• Players make decisions in the game by being adapted [attuned] to the environment. “It’s not, ‘Oh, I need to think about what I should do — maybe I’ll make this decision, or that decision.”
  • Perception in the game is “more direct” — our brains are not computers.
  • His goal is to help players develop an understanding in the game, rather than of the game. “Just because you have an understanding of the game, doesn’t mean you can play the game.”
  • “We should be trying to help kids develop an understanding in the game, not of the game. Of course, there is nothing wrong with talking about the game after, like ‘hey guys, did you notice what the opponent was doing?’ That’s different, but all the decision making is still in the game.”
  • When would Mark step in? “When it is a behavior that is repeated, then you can step in because you understand why the learner is doing something.”
  • He views the role of the coach as educating the attention of the players to the information. “Guiding their attention — that’s what you’re doing.”

Learning Design

  • He makes it clear how important session design is. “In your session design, the first feedback comes up to the player from the design.”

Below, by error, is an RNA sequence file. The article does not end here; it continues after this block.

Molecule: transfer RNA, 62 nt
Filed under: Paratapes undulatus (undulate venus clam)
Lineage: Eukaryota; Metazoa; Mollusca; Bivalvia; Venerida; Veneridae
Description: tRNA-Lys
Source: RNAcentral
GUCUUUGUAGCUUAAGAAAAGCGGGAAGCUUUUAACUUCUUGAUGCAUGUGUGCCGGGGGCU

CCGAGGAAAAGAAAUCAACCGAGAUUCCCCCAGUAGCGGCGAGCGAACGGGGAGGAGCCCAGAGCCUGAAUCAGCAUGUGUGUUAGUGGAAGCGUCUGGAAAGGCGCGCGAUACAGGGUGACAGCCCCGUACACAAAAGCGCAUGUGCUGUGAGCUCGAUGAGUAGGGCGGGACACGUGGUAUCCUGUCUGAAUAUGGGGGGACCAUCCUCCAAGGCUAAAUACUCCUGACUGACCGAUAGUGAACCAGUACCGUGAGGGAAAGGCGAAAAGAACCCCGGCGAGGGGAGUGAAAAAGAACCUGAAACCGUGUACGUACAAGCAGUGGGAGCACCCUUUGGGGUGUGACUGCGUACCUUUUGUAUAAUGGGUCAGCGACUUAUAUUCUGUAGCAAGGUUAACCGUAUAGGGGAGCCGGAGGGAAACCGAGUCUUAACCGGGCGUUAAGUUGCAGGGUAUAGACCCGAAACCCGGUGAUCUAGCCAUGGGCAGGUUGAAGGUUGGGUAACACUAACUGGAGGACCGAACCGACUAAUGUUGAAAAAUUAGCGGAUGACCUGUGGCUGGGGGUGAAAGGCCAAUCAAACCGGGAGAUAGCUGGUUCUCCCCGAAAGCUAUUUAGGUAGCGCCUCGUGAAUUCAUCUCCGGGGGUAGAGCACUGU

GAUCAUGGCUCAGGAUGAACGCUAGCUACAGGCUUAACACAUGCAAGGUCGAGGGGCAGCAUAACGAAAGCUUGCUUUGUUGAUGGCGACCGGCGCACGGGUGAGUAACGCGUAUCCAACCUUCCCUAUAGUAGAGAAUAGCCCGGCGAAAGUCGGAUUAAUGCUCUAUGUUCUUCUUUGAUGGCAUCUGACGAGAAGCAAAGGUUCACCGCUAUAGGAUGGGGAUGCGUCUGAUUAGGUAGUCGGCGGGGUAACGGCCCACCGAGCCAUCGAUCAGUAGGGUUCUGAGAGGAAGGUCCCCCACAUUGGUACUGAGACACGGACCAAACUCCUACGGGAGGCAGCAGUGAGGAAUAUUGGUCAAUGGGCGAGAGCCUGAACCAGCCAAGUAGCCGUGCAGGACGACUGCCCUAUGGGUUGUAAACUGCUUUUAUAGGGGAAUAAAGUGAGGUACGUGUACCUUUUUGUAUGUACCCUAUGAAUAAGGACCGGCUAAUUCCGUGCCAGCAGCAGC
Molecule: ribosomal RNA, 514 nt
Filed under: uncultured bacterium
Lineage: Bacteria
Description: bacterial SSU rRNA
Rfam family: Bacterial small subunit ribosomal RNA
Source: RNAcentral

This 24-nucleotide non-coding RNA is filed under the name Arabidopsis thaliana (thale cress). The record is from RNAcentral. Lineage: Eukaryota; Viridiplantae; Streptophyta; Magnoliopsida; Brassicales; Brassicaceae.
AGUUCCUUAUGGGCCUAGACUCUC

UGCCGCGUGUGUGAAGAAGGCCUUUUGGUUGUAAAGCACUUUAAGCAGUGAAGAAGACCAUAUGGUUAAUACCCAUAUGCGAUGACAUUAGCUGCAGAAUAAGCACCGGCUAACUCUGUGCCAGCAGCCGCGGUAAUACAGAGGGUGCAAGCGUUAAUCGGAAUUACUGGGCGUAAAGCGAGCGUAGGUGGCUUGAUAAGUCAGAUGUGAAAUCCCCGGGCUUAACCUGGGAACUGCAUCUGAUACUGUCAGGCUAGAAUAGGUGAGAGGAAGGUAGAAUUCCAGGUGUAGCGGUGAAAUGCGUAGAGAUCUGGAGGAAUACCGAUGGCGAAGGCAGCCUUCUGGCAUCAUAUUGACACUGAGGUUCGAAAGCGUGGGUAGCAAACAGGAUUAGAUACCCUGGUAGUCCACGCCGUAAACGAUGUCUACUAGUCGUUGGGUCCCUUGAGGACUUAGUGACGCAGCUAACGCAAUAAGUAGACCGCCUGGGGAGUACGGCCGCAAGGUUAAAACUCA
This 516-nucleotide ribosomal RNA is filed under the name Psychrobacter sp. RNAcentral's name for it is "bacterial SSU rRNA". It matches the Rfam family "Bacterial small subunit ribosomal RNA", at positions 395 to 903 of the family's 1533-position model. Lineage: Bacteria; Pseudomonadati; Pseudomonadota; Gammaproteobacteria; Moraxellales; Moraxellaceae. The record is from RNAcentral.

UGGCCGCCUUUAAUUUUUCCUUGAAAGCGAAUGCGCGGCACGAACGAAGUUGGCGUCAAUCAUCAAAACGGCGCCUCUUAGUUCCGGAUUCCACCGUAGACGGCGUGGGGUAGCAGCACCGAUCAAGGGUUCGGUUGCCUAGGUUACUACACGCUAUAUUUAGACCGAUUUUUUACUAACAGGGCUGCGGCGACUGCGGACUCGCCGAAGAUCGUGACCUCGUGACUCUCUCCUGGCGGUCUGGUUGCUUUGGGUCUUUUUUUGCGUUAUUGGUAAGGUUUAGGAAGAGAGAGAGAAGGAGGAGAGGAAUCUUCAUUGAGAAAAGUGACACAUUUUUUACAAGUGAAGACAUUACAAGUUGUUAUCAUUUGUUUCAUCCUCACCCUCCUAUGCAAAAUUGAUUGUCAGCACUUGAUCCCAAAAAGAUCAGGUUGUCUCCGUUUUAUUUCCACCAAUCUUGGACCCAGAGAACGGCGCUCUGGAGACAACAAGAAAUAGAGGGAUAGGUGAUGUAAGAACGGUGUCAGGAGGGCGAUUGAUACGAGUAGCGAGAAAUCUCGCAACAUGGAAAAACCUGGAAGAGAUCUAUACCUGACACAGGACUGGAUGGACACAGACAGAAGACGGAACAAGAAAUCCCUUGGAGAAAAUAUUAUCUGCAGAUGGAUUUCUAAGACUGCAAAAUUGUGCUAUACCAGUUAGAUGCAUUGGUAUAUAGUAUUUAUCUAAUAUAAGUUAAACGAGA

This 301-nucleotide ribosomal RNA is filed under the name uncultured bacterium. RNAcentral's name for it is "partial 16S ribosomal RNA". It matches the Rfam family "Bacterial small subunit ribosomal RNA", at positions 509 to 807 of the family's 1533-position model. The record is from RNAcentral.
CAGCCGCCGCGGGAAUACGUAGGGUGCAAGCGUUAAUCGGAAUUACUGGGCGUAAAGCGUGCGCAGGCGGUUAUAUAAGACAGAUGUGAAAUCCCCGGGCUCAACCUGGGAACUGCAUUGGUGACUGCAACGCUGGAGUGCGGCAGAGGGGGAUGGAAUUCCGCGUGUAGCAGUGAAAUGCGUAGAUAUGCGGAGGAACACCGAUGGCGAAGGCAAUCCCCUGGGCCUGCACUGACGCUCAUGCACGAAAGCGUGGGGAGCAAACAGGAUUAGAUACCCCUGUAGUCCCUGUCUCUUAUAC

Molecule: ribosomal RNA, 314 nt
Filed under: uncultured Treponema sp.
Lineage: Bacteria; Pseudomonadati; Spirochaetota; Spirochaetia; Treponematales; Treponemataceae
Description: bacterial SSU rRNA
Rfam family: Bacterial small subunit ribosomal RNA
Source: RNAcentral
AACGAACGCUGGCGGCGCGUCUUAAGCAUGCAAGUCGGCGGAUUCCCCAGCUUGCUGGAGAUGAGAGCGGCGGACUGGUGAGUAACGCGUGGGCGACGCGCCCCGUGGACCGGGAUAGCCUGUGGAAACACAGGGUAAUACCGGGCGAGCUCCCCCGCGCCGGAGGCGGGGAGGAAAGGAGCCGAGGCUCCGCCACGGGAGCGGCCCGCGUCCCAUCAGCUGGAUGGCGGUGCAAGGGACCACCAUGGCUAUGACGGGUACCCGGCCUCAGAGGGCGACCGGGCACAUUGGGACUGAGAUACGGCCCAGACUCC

• How they act in response to the design is when you go in as a coach and start “nudging”.
  • According to JJ Gibson (1979) — “The environment is rich in information. We act on information and when we act on information we get new information and then we act on that. That’s what we mean by Perception-Action.”
  • He says, “you haven’t made a decision until you have executed it.” Players don’t theorize in the middle of a game, so the decision and the execution are nested inside of one another. We don’t perceive and then act, we perceive-act.
  • “The design is where the feedback comes from first, then based on how they act you just ‘nudge’ them.”

Principles

  1. Representative Learning — Are what the players doing and feeling representative of the game. Negative Example: If you say everyone has to touch the ball before being able to score, that’s not representative of the game because the goalkeepers positioning provides information. “If the goalkeeper goes for an ice-cream in the middle of the match, why would everyone have to touch the ball? You aren’t educating their attention in a game like that. You don’t want their behavior to organize around the rule, but around the relevant information in the game.”
  2. Repetition without Repetition (Movement Variability) — Repetition with variation in movement solutions. “You never make a pass in exactly the same way, so maybe training should reflect that?”
  3. Keep Perception-Action Coupled — Session design should reflect aspects of the real game